The letter was a playbook for any of Steele's potential rivals, noting that the chairman had maxed out a $15 million credit line the committee had approved.
"I think the Gentry Collins letter made it impossible for Mike Steele to be re-elected," said Virginia committee member Morton Blackwell, who is backing Anuzis.
Steele started the job with a $23 million surplus; the RNC raised more than $79 million this year and has spent all of it. Some went to places that previously saw little RNC cash or interest, including five U.S. territories that each has three votes on the central committee.
"There are two things that a chairman needs to understand. They're going to start with a deficit. That's fact. They also will need to figure out how to get the major donors back on board because they weren't on board last time," said Linda Herren, a committee member from Georgia. "They still helped elect Republicans. But it was not through the RNC."
Third-party groups, led by veteran GOP operatives Karl Rove and Ed Gillespie, raised in a few months almost as much as the RNC has since January 2009. Those dollars fueled blistering television ads that helped Republicans to victory but were an embarrassment to the RNC.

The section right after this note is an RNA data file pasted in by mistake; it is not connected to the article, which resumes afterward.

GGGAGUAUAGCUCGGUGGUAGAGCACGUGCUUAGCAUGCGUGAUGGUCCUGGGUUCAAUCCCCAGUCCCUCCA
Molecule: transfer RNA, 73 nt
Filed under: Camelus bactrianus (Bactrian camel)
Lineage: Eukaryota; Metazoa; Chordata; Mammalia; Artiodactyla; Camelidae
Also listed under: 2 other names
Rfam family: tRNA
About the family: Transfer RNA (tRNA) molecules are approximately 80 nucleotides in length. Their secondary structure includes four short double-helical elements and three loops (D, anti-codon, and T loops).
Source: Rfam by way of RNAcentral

During Republican governors' private meetings last week in California, a consensus emerged that Steele must leave his post when his term expires. Governors returned to their states and this week shared that message with their committee members, telling them that retaking the White House requires someone else.
Others say they still like the chairman — and his doting attention, his speedy replies — but believe it's time for him to go.
"He's a wonderful man. He's done a good job," said Cindy Costa, a committee member from South Carolina. "But it would be better for him — and I want the best for him — to step down knowing he gave an honest shot and did a good job this election cycle."
AP National Political Writer Liz Sidoti contributed to this report.
Republican National Committee: http://www.gop.com
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